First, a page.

Sixteen students enrolled in Personal Defense for Women, a two-credit class in the College of Public Health’s Kinesiology Department, form a large circle around instructor Jeff Chapman in a gymnasium at the back of McGonigle Hall. The young women are wearing their regular classroom clothes. Having trained for weeks, they’re ready to fight.
“We’re going to do some striking drills, and then I’m gonna use this dummy to attack them,” Chapman says. He points to the dummy, a thick red pad that’s in the shape of a human torso.
The women shadow-box moves that they have learned: straight right-hand punches, overhand hammer strikes, kicks and knee strikes, blocking moves and parries. Then Chapman goes around the circle, picking one student at a time to push at with the body-sized pad.
They improvise physical responses. They punch and elbow and kick the dummy, knee it in the lower pad area. One student executes a spinning kick. “You’re watching too much Chuck Norris,” he tells her, warning class members not to turn their backs on an assailant. “It’s OK to retreat,” he says. “I want to see some footwork.”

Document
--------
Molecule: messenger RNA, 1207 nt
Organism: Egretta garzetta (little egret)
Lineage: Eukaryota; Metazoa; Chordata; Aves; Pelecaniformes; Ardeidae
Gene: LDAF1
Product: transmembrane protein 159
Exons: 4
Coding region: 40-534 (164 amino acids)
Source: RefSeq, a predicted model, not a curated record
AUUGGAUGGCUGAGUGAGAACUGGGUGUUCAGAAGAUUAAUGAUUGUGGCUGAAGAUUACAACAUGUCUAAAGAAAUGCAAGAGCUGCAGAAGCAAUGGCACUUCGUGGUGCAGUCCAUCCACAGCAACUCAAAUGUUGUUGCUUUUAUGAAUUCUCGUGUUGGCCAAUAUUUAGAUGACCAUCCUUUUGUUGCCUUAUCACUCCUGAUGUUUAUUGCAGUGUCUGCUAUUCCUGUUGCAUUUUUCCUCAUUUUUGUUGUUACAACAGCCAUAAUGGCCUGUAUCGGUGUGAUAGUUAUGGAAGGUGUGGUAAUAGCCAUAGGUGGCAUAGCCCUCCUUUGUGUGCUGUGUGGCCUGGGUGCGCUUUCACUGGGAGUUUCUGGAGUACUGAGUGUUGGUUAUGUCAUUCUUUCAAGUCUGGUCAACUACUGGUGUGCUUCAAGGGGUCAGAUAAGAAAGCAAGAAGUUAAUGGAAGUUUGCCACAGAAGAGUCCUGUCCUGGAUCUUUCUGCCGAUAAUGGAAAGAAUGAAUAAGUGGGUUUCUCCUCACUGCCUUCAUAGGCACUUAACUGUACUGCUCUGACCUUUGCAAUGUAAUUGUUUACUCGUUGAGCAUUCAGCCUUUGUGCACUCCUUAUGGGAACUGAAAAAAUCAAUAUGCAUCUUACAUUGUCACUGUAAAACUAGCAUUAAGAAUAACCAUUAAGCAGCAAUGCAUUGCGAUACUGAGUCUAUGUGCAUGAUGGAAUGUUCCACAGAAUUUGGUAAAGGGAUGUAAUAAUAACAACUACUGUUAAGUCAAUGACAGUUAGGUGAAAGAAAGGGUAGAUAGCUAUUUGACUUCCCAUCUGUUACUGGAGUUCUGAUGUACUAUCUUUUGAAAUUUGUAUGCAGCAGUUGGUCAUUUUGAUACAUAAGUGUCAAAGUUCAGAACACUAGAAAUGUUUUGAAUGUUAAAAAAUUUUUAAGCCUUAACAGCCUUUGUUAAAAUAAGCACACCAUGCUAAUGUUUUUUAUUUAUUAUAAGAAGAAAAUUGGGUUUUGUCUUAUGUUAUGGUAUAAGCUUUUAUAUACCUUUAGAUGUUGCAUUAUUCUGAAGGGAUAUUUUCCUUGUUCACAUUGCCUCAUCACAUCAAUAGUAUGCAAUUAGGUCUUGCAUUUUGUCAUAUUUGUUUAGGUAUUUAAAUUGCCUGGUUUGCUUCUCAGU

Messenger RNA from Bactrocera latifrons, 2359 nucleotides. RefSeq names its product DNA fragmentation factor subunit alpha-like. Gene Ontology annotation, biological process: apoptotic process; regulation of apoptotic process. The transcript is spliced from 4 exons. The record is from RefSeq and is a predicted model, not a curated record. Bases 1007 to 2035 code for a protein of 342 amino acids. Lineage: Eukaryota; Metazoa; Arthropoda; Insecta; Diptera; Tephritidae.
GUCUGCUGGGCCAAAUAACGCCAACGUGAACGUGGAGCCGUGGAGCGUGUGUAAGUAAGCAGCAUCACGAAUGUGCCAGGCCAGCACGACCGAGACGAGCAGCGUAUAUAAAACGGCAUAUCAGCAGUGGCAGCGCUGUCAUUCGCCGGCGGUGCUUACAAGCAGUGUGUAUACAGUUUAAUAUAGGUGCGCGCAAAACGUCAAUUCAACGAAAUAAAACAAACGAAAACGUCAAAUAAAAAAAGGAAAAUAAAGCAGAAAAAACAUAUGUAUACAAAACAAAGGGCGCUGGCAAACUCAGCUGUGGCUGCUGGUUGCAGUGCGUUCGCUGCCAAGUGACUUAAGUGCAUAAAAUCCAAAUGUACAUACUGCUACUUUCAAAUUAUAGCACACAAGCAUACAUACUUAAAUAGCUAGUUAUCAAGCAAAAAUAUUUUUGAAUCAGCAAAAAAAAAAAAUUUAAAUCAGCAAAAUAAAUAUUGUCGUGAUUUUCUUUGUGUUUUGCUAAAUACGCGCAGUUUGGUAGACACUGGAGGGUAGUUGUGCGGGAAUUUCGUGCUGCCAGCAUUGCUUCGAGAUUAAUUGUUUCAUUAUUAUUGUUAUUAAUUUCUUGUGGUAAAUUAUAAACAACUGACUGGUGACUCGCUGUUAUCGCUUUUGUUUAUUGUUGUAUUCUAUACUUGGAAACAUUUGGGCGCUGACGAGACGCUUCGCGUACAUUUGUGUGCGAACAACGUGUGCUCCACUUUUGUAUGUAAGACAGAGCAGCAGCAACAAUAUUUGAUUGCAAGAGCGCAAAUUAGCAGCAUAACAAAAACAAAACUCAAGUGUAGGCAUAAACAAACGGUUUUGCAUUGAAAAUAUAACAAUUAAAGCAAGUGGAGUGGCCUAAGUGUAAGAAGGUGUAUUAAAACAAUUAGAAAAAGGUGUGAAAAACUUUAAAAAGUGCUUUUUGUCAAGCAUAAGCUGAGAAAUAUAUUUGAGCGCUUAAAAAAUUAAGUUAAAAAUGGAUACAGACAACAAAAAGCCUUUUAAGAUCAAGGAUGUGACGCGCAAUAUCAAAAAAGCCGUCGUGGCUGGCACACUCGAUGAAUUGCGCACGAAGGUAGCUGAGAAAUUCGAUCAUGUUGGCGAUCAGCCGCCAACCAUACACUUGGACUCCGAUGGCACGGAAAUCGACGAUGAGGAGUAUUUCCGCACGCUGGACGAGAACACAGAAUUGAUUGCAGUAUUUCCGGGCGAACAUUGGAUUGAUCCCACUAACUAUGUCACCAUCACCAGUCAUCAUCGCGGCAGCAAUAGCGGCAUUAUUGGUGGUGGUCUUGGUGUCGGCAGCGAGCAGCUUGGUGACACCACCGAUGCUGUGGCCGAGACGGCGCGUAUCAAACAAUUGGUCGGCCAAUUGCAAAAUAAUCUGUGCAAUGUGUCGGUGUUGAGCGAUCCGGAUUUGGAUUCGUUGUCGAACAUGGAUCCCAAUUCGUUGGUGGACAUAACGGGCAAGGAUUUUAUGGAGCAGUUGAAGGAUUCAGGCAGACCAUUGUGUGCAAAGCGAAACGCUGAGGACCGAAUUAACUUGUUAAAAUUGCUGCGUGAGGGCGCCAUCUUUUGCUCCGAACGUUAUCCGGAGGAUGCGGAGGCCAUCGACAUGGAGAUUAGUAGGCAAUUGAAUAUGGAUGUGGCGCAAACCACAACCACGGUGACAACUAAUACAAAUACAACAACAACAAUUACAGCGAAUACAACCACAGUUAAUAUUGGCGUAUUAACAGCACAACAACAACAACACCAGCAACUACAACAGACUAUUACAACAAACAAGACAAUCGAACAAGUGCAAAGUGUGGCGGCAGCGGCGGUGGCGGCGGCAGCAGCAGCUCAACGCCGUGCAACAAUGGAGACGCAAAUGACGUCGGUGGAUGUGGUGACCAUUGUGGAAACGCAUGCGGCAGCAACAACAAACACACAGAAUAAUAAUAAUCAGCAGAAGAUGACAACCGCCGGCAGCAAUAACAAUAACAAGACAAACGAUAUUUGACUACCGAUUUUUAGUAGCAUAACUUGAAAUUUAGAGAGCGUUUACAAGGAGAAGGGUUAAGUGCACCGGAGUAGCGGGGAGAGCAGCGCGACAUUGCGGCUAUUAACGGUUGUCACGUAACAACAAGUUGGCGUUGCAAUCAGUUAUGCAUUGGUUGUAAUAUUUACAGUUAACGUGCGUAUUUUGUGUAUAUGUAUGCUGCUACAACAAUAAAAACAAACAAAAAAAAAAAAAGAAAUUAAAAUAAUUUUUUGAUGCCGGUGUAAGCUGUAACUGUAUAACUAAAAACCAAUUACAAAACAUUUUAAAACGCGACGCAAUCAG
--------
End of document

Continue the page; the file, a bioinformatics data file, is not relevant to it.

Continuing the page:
There’s exuberance in the physical effort, but the mission is serious. With each strike they deliver, as they’ve learned, the students yell “stop!” Some are louder than others. “When you use your voice, use it like you mean it. ‘Stop!’” Chapman shouts.
In another exercise, Chapman play-acts as a threatening guy. “I like your tattoos. Where’d you get those?,” he says, mock-following one of the students a bit too closely. Later, they work on escaping wrist grabs and choke holds and how to spin out of an unwanted arm around the shoulder when verbal requests to let go aren't working.
Next week, they’ll train in floor defense if they are pulled to the ground.
Chapman started his career on the Temple campus as a security guard in 1986, then joined the Temple police. He was promoted from captain to inspector last year. Along the way, he earned a bachelor’s degree in criminal justice and a master’s in sports administration.
The campus is safe, he says, but everyone needs to be diligent. He realizes that teaching students how to physically defend themselves makes him and the other instructors of this class unique at the university.
“A criminal justice professor doesn’t say to students ‘I hope you never need to use this,’” says Chapman, who teaches that the first line of self-defense is reducing risk in potentially dangerous scenarios.
“He tells us how to assess a situation, how to read signals, if there’s enough lighting, who’s with us, what we have in our hands,” says class member Katlyn Thorp, a junior studying recreational therapy. Running from an assailant, yelling, calling for help—all can be good options to avoid a confrontation.
“We’re not trying to make them paranoid," says Chapman. "We’re trying to make them ready."